As we walked further into town, we found their city hall. We walked in to inquire about some sort of map. Interesting enough, the first person we met was a nice Mexican lady that had just gotten there. The second person we met was a very chipper Indian man that described how to get around town. 

The city is split into two provinces that are only connected by a bridge. One half seemed like they had most of the industrial areas and homes in it and the other half had all the grocery stores, cultural centers, and any other business you could imagine. Another bowhead skull outside the visitors center was on display while we walked around town (Shown Left). On the far side of town by the post office, we found their grocery store. Apparently orange juice is a valuable commodity in this town haha. (Shown Above Right)
After walking around an actual grocery store for the first time in 5 months, Kendra and I tried going to the cultural center but they were closed for an hour. I guess even Barrow villagers have to eat lunch, too. We decided to walk to the ocean and see the famous Whale Bone Arch and whaling boats on display (Shown Left). There was a recent whale hunt and a flagged whaling boat on the ice still (Shown Right).
When we got done with our lunch on the beach while staring off into the icy ocean, we walked back to the cultural center. They had opened back up and were starting a tour for some school children. We wanted to see the displays around the whaling museum but admittance was $10. Luckily for us, you get free admittance if you work on the North Slope. While we walked around, I found an interesting chart of the division of meat among the villagers after every kill (Shown Left). Something else I found interesting was the small boat made completely out of baleen, the ridged teeth from a whale that filters water from their food (Shown Right).

A beautiful mural of the legendary man, Eben Hopson, caught my eye, too. Eben Hopson was the single most influential person in the government of Alaskan Natives in the north. He helped enact several bills through the US Senate that have preserved his native ancestry and traditions throughout the years.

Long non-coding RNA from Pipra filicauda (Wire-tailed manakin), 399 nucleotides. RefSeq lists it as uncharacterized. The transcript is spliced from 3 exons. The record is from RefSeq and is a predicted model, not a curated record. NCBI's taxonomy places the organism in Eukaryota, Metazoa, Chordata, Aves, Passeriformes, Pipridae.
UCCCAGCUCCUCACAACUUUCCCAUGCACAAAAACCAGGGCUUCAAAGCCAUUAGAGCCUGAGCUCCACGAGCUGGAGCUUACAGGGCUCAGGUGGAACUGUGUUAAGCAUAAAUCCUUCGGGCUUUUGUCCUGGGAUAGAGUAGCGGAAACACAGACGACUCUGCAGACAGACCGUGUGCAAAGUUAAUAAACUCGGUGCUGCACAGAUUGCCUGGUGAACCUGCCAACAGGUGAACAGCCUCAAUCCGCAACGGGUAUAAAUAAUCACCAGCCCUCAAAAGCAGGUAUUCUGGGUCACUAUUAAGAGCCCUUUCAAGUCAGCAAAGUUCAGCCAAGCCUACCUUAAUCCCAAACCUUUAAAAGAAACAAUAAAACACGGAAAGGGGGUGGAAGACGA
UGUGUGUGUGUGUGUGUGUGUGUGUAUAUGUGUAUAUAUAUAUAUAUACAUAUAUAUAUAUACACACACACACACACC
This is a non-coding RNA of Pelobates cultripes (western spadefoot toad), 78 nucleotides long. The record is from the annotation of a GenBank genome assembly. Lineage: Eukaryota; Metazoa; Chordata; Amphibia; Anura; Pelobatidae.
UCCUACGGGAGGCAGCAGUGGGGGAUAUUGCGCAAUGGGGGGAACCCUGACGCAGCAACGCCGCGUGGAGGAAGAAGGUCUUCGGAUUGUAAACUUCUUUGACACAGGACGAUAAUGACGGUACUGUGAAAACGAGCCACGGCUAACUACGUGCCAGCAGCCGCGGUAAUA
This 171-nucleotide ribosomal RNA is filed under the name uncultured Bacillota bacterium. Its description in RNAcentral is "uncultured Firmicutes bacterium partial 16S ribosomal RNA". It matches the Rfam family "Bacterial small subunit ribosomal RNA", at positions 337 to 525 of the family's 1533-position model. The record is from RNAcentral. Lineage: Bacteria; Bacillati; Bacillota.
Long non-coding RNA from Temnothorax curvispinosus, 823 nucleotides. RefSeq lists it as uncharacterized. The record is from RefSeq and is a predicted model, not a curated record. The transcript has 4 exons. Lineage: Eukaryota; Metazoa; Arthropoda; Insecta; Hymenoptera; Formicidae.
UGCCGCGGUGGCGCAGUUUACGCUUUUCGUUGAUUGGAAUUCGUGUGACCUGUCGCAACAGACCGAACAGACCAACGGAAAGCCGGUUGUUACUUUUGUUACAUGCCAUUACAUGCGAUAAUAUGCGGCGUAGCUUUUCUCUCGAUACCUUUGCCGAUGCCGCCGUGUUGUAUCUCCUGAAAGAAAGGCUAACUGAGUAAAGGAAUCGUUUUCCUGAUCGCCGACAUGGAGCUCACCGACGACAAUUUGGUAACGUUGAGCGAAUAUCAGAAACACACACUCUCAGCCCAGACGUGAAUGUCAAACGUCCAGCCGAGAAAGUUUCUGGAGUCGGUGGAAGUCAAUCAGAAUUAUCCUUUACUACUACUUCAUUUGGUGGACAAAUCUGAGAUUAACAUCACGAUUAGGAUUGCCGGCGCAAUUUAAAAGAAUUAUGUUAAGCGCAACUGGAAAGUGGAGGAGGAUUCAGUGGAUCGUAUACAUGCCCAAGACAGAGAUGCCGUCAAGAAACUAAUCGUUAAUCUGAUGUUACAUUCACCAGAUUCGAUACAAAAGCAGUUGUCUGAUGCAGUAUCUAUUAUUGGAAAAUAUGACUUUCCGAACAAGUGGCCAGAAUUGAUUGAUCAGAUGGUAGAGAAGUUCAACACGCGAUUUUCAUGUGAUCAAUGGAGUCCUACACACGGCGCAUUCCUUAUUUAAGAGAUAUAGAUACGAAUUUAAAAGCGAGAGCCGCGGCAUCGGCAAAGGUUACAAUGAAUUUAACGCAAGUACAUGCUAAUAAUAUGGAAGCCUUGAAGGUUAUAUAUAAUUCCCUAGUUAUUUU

The museum even had a native bird exhibit. I was excited to see this since they had detailed descriptions of several birds. My 2 favorites, as usual, were the snowy owl (Shown Right) and a Rough-Legged Hawk (Shown Left).

When we left Barrow, I was in awe of it’s beauty as we flew over the village. My experience there was extremely fulfilling and I got to do almost everything on my To-Do list. With that over, the following week was a blur. It was filled with somberly packing up my room, or Arctic Cave as we came to call it, saying goodbye to my fellow coworkers and crew workers that filled the camp, and traveling 260 miles down the Dalton Highway on rough dirt roads and snow-capped mountains through the Brooks Range. As I sit here writing this, I’m encircled by about a dozen coworkers of Coldfoot Camp in a room that resembles a college dorm lounge. Magazine clippings and pictures cover the walls, incredibly intriguing books stack shelves high, and sport wagering charts are tacked to cork boards. With this complete sensory overload in the amount of people at this camp compared to the 7 coworkers in Deadhorse Camp, these next 4 months will come with it’s own challenges and unique experiences. But for now, my time in Prudhoe Bay has come to a close.

***I’m sorry I haven’t posted in a while, people. Limited internet access and working upwards of 80 hours a week have limited my time on being able to carve out time to sit in the coworker lounge. I’ve resorted to writing a journal during the week and copying my writings when I do have internet. I’ll have plenty more to come, as I’m already working on 3 more posts from my journal. Feel free to write me a letter, if you want. 🙂 The address is:
KC Loosemore
P.O. Box 9041
9000 Dalton HWY
Coldfoot, Alaska, 99709

Thanks to all for the continued support!


Onwards, onto my 6th month in the Arctic.

As I notice that it’s the very start of June, I come close to my 5th month mark, onto my 6th month. A lot has changed for me in the last 5 months. I’m starting to realize that my passion in life is traveling to see all these beautiful places that all my friends from all over the world tell me about. Cooking isn’t my only marketable skill that I have to take me places anymore. But I’m also starting to realize that this life could be lonely if I let it. Meeting new people and becoming their friend just to leave a short time later can be rather disheartening, especially faced with the fact that some of them I’ll never see again. I have consistent people in my life that I’ll never lose contact with but they don’t have the luxury of abandoning their lives and jobs to go on these incredible journeys with me.